The affordable education loan option
Blantyre, Malawi - Striking Malawian civil servants claimed to have brought government business to a halt on Wednesday, as they staged a walkout to demand higher wages.
On Lilongwe's Capital Hill - home to the presidency and over 20 ministries - workers rallied and blocked entrances with tree branches.
“All offices are closed and that means you can't get any service whatsoever,” Elia Kamphinda Banda, president of the Civil Service Trade Union, told AFP.
The strikers are demanding a salary review, just months after being granted a 21-percent pay hike.
“Malawi's civil servants are lowly and poorly paid,” said Banda. “We are demanding a review of the salary structure otherwise we will continue our stay-away.”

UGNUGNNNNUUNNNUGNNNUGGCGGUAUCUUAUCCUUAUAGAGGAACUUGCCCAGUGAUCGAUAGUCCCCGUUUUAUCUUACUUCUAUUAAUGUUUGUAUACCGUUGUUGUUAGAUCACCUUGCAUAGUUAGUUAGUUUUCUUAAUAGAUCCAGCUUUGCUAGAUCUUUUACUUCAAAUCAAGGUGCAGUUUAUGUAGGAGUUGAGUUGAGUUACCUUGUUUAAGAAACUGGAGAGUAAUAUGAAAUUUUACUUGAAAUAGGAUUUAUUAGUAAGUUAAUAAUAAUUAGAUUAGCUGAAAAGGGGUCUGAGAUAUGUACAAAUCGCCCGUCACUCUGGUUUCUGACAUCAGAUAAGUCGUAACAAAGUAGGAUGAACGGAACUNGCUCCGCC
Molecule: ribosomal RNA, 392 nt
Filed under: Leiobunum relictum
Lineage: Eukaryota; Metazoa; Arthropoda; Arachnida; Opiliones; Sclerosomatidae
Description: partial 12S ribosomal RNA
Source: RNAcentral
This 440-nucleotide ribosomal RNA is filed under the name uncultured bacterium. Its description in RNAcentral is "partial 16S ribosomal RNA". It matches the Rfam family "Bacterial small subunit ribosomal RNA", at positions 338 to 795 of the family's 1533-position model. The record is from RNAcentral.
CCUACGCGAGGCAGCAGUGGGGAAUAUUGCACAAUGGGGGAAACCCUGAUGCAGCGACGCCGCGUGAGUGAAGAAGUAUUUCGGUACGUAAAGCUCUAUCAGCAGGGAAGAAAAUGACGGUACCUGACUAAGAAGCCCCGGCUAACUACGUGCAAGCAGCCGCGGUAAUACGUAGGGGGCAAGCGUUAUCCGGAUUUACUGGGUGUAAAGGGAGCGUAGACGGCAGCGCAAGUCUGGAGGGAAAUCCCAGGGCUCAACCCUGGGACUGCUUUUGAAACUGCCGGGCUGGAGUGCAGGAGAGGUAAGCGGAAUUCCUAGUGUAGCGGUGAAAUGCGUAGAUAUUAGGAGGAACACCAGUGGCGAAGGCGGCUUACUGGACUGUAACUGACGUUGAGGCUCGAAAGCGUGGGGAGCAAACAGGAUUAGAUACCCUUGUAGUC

Unions are asking that the strike be extended to workers in hospitals and other essential services so “ordinary people start feeling the pinch.”
The government called on strikers to return to work and so further talks can be held.
The state is “fully committed” to reaching a “mutually satisfactory resolution” to the crisis, according to McPhail Magwira, an Education Ministry official who heads up the state's negotiating team.
Malawi's 170 000 civil servants receive an average monthly wage of $100.
The government, which depends on donor support for up to 40 percent of its development budget, will spend $340 million (270 million euro) this year on salaries.
President Joyce Banda has introduced a series of austerity measures to resuscitate the country's economy.
The economy came under extreme pressure after donors suspended aid because of the hard-line policies of late president Bingu wa Mutharika.
He died last year of a heart attack. - Sapa-AFP